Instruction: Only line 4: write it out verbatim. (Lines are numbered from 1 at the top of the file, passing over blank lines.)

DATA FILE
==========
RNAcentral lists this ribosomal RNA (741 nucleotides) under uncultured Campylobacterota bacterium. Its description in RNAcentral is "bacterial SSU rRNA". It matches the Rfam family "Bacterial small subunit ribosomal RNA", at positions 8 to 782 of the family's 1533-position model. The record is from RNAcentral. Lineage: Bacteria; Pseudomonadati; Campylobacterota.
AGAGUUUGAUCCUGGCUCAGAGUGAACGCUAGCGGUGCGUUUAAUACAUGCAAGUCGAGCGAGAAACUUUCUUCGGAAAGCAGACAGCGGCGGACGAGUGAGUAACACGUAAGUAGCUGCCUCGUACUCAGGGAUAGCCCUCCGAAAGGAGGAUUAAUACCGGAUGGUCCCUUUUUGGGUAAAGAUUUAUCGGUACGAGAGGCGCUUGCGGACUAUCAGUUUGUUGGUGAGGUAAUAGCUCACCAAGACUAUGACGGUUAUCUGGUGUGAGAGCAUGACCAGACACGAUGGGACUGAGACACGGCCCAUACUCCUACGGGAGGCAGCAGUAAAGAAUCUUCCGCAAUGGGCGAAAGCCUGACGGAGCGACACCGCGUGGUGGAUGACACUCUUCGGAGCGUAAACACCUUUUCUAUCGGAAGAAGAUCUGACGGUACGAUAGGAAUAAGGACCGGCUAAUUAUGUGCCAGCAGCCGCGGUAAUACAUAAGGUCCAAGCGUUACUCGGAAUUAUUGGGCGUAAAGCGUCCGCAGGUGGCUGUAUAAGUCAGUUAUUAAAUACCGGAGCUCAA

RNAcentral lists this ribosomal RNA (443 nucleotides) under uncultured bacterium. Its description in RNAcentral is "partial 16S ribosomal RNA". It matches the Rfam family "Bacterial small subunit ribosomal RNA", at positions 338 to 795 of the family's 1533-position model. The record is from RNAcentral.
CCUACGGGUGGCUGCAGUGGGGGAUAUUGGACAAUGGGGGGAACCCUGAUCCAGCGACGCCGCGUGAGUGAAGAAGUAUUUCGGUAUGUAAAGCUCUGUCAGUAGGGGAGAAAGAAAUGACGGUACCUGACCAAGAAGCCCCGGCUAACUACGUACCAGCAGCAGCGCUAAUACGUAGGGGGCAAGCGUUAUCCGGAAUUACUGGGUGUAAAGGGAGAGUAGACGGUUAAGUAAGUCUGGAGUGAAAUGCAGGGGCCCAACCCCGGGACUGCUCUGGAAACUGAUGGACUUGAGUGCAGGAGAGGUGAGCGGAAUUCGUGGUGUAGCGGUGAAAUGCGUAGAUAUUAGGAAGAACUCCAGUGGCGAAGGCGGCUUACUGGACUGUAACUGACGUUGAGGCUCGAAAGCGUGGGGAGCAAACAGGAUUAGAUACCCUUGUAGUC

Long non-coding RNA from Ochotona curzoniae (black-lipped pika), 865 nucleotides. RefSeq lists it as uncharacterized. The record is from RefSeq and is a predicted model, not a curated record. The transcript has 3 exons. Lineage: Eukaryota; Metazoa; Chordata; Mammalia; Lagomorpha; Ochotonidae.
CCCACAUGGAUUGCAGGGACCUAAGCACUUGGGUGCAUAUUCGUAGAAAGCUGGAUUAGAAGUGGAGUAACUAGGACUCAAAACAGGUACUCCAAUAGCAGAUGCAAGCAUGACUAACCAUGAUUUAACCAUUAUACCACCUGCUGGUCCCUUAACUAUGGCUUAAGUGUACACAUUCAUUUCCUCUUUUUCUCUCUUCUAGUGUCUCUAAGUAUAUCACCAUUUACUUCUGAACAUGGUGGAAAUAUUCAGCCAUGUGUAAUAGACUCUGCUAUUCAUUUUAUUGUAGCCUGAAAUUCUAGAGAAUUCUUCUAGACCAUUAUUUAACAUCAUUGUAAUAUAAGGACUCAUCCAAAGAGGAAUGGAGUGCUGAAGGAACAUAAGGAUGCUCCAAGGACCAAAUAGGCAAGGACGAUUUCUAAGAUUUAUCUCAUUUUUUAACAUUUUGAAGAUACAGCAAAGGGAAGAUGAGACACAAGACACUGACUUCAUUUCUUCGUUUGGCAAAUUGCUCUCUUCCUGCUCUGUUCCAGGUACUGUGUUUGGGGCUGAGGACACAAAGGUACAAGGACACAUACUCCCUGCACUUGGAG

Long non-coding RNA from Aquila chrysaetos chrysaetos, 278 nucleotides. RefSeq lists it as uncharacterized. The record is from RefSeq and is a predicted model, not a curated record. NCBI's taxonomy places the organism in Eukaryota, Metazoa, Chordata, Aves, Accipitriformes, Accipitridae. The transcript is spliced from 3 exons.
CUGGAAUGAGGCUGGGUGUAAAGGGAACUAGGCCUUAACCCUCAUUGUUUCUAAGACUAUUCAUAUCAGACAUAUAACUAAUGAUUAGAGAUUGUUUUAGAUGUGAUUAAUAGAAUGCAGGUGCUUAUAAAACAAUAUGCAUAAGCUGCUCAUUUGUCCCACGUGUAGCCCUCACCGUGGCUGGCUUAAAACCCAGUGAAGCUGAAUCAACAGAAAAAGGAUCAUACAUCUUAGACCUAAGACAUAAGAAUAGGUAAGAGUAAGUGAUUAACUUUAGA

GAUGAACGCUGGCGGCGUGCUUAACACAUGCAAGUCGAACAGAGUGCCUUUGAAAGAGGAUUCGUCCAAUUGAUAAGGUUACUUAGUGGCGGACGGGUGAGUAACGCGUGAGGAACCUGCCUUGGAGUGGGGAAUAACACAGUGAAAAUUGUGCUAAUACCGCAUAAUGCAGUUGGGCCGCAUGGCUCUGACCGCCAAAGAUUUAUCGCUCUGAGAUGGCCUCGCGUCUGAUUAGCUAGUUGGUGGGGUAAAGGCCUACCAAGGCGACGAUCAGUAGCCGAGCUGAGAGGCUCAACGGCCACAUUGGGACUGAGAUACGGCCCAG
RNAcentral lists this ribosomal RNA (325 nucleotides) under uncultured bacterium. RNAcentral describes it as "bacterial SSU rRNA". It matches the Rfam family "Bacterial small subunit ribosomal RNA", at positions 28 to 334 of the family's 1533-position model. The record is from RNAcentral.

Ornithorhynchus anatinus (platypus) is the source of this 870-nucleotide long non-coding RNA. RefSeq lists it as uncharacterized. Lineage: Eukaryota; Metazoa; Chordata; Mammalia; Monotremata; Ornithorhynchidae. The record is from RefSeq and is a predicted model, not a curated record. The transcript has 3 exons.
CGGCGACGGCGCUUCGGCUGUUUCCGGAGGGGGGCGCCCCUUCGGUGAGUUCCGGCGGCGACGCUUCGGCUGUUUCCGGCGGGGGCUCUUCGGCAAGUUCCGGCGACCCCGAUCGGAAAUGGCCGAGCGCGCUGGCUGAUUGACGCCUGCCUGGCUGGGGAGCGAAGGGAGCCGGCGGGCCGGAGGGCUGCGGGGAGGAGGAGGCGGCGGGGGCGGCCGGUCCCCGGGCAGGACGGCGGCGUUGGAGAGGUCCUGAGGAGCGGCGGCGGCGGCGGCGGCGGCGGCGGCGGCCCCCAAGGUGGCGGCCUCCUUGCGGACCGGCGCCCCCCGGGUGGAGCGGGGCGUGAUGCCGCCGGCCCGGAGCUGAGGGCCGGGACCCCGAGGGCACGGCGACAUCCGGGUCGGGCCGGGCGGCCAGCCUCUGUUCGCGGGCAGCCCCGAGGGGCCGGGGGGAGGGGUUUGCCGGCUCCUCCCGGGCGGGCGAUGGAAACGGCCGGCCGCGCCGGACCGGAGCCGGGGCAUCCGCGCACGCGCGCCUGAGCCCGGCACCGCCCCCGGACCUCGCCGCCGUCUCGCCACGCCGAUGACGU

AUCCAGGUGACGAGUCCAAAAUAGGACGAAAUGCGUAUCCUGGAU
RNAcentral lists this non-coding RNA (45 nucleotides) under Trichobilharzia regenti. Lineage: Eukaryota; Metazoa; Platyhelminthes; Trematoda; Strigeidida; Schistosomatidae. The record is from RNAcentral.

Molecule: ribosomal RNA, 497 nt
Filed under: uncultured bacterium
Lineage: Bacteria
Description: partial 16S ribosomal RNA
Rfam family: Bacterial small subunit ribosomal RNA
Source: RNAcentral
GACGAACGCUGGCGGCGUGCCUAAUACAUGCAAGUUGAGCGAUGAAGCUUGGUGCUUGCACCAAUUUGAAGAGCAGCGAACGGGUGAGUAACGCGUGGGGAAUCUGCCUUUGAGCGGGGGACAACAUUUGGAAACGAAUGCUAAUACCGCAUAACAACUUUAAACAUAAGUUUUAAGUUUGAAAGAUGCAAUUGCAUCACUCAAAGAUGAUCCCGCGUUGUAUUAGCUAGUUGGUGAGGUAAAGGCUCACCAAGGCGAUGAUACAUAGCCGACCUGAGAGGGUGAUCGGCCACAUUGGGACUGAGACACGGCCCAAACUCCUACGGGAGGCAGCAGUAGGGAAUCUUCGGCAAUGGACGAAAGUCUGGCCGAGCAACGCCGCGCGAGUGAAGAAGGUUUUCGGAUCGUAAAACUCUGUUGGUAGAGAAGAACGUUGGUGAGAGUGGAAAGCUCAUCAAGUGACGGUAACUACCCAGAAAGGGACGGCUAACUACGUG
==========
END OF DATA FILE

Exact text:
CCUACGGGUGGCUGCAGUGGGGGAUAUUGGACAAUGGGGGGAACCCUGAUCCAGCGACGCCGCGUGAGUGAAGAAGUAUUUCGGUAUGUAAAGCUCUGUCAGUAGGGGAGAAAGAAAUGACGGUACCUGACCAAGAAGCCCCGGCUAACUACGUACCAGCAGCAGCGCUAAUACGUAGGGGGCAAGCGUUAUCCGGAAUUACUGGGUGUAAAGGGAGAGUAGACGGUUAAGUAAGUCUGGAGUGAAAUGCAGGGGCCCAACCCCGGGACUGCUCUGGAAACUGAUGGACUUGAGUGCAGGAGAGGUGAGCGGAAUUCGUGGUGUAGCGGUGAAAUGCGUAGAUAUUAGGAAGAACUCCAGUGGCGAAGGCGGCUUACUGGACUGUAACUGACGUUGAGGCUCGAAAGCGUGGGGAGCAAACAGGAUUAGAUACCCUUGUAGUC